Another way to use the inhibitor is to pack its solid particles in soluble capsules, as shown in Figure 3, in such a way that it will form a protective film on the metallic surface.

The injection system consists essentially of a pressurized tank attached to a valve and welded to a pipe flange, as shown in Figure 4. The pressurized reservoir containing the spheres or capsules of the inhibitor is controlled and programmed to release mode, so gradually the spheres or capsules adhere to the inside of the pipe.

3.2. Pressed Cylindrical Rod, Consumable and Adapted Equipment

This is a simple system, consisting essentially of a cylindrical rod which is introduced inside the pipe through a flange welded on the outside, as shown in Figure 5. The cylindrical rod dissolves and releases particles as a function of flow of the corrosive medium. The cylindrical rod is compressed continuously and controlled for the interior of the pipe as if wearing.

Figure 2. Mechanism of corrosion inhibitor.

Figure 3. Soluble capsules with solid corrosion inhibitor.

Figure 4. Injection system welded in pipe.

Figure 5. Corrosion inhibitor in the form of a cylindrical rod inside the pipe.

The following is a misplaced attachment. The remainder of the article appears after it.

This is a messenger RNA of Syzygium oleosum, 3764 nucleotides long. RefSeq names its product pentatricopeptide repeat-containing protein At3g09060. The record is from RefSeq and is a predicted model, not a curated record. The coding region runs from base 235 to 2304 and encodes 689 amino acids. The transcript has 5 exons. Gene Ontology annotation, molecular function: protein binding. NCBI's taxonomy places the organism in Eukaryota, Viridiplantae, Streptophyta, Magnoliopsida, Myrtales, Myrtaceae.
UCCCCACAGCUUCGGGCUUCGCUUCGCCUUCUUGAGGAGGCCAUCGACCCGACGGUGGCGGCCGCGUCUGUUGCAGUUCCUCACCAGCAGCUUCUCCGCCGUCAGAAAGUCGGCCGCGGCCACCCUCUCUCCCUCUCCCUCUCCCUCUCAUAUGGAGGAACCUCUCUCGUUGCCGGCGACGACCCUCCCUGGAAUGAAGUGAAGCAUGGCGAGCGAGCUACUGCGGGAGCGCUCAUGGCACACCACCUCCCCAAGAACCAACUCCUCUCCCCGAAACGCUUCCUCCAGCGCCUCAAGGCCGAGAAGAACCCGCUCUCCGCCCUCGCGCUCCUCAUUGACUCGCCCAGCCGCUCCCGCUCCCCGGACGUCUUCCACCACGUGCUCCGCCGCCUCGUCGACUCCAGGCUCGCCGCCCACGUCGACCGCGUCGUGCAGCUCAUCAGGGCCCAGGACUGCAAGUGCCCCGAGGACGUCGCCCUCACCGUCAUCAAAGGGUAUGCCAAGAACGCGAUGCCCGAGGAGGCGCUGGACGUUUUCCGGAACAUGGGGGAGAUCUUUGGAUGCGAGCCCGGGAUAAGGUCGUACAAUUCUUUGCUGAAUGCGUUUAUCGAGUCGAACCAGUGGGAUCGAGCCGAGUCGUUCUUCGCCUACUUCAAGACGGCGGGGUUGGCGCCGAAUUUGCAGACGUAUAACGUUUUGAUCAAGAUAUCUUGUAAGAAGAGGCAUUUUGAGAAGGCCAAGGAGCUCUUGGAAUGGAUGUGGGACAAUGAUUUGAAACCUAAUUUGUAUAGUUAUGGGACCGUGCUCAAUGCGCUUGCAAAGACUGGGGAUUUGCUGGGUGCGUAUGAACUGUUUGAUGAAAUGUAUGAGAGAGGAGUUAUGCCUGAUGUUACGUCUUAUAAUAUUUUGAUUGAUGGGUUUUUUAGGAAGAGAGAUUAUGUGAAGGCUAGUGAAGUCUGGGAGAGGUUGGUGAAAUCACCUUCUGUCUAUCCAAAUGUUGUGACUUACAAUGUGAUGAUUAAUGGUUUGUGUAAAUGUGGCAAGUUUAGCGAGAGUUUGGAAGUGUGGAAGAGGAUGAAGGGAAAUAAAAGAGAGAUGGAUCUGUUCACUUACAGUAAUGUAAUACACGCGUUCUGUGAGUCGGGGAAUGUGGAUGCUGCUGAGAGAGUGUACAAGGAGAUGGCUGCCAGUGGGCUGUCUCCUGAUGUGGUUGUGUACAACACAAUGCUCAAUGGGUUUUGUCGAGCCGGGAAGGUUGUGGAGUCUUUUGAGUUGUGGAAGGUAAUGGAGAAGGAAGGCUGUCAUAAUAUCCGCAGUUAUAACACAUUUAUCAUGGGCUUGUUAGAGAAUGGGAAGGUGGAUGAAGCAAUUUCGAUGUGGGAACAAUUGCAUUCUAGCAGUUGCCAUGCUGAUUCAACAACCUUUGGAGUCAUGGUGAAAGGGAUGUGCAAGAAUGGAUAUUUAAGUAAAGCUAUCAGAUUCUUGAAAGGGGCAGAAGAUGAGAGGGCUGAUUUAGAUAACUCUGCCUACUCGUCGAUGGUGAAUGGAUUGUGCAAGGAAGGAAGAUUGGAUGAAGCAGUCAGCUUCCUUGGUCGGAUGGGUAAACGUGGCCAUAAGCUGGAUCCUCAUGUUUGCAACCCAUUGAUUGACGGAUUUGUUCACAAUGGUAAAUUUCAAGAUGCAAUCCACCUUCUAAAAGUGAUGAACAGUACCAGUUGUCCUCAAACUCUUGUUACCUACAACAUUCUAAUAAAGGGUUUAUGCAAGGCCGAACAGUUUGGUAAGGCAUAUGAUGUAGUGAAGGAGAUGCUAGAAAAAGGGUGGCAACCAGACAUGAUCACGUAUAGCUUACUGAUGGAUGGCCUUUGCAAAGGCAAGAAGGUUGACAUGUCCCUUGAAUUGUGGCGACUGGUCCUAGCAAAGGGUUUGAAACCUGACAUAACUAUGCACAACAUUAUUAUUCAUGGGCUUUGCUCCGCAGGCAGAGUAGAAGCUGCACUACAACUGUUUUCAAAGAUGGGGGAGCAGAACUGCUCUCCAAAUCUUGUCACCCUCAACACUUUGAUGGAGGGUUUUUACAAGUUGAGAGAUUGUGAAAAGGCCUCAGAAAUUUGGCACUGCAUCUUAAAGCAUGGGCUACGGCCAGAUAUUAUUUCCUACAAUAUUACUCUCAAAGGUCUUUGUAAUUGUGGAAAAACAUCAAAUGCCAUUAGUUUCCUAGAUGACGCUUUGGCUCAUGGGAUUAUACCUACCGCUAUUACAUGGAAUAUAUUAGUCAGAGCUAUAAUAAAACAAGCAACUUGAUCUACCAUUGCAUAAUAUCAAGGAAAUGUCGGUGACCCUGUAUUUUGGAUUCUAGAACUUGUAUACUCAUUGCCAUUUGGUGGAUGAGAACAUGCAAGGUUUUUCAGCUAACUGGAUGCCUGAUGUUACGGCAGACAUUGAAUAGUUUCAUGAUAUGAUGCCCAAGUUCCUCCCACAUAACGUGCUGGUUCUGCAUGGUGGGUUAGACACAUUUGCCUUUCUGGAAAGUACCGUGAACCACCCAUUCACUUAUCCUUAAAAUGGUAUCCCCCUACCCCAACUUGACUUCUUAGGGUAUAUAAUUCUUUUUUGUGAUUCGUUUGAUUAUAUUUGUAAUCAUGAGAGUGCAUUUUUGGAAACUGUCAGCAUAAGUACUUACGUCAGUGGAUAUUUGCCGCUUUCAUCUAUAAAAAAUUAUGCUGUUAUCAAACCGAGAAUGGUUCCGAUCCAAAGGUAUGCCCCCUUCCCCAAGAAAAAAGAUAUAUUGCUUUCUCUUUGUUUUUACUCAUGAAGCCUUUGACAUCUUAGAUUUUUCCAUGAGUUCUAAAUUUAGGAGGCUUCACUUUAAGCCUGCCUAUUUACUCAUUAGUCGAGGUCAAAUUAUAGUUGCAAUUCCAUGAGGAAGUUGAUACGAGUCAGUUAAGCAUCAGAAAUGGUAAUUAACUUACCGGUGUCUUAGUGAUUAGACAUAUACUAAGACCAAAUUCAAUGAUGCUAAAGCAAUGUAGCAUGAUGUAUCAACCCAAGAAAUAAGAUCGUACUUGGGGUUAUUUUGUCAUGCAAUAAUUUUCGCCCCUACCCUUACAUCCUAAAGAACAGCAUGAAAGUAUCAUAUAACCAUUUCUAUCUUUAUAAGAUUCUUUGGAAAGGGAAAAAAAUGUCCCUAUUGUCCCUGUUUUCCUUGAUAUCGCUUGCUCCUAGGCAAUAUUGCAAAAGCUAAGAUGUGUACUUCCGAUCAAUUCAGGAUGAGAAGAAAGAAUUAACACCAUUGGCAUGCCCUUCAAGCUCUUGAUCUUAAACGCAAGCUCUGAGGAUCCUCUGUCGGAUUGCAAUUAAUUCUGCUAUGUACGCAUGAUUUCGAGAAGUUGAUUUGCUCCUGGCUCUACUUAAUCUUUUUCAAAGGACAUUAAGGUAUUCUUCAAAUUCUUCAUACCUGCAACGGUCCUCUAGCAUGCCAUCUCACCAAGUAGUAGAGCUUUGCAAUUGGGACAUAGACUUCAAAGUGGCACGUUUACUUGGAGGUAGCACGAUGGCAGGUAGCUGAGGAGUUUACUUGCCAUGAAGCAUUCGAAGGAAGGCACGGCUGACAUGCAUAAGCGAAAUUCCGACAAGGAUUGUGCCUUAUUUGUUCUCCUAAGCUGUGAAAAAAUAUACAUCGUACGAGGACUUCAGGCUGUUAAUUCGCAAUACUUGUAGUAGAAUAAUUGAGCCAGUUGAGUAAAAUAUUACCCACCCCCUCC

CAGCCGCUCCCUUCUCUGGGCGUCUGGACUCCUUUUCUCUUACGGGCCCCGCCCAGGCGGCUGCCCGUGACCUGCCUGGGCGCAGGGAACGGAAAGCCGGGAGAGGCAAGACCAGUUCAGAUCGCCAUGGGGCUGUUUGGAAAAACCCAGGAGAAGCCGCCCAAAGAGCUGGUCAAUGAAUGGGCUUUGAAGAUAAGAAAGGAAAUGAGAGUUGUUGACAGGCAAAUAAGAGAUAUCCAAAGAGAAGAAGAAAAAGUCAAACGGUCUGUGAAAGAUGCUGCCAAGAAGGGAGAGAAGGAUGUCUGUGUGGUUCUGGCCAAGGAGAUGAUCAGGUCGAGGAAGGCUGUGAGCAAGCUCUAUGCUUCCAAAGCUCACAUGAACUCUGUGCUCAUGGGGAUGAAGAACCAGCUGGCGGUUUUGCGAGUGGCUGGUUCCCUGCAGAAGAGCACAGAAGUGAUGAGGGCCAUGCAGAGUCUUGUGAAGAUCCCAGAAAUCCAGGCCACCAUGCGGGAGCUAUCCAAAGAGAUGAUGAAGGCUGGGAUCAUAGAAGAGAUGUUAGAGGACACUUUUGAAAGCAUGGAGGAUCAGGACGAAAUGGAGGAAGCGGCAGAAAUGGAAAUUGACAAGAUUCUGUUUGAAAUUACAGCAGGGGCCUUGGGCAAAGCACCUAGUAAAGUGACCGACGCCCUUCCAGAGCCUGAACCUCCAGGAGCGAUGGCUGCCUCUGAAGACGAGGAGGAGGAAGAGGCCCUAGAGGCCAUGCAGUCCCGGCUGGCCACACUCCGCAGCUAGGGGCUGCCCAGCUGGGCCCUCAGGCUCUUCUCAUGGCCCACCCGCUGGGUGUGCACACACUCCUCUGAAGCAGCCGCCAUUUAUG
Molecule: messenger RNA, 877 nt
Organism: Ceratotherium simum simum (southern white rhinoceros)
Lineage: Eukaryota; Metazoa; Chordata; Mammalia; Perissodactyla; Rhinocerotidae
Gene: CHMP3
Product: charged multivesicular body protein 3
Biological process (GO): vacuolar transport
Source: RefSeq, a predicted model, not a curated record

4. Conclusions

•   Laboratory testing with hydrochloric acid solution showed that the inhibitor constituted of poly (2-vinyl-2- oxazoline) presented 87% efficiency in corrosion protection of carbon steel coupons. It is an excellent example of a corrosion inhibitor in solid form.

•   The use of a corrosion inhibitor in solid form opens the door to new uses as there is no need for toxic organic solvents. This technology increases the operational safety of the worker handling the product and reduces environmental contamination.

•   The use of a corrosion inhibitor in solid form as small spheres, packaged as a soluble capsule in the form of a compressed cylindrical rod, provides a new anti-corrosion technique that is easy to operate, particularly in gas and other pipelines and acidification systems.

Conflicts of Interest

The authors declare no conflicts of interest.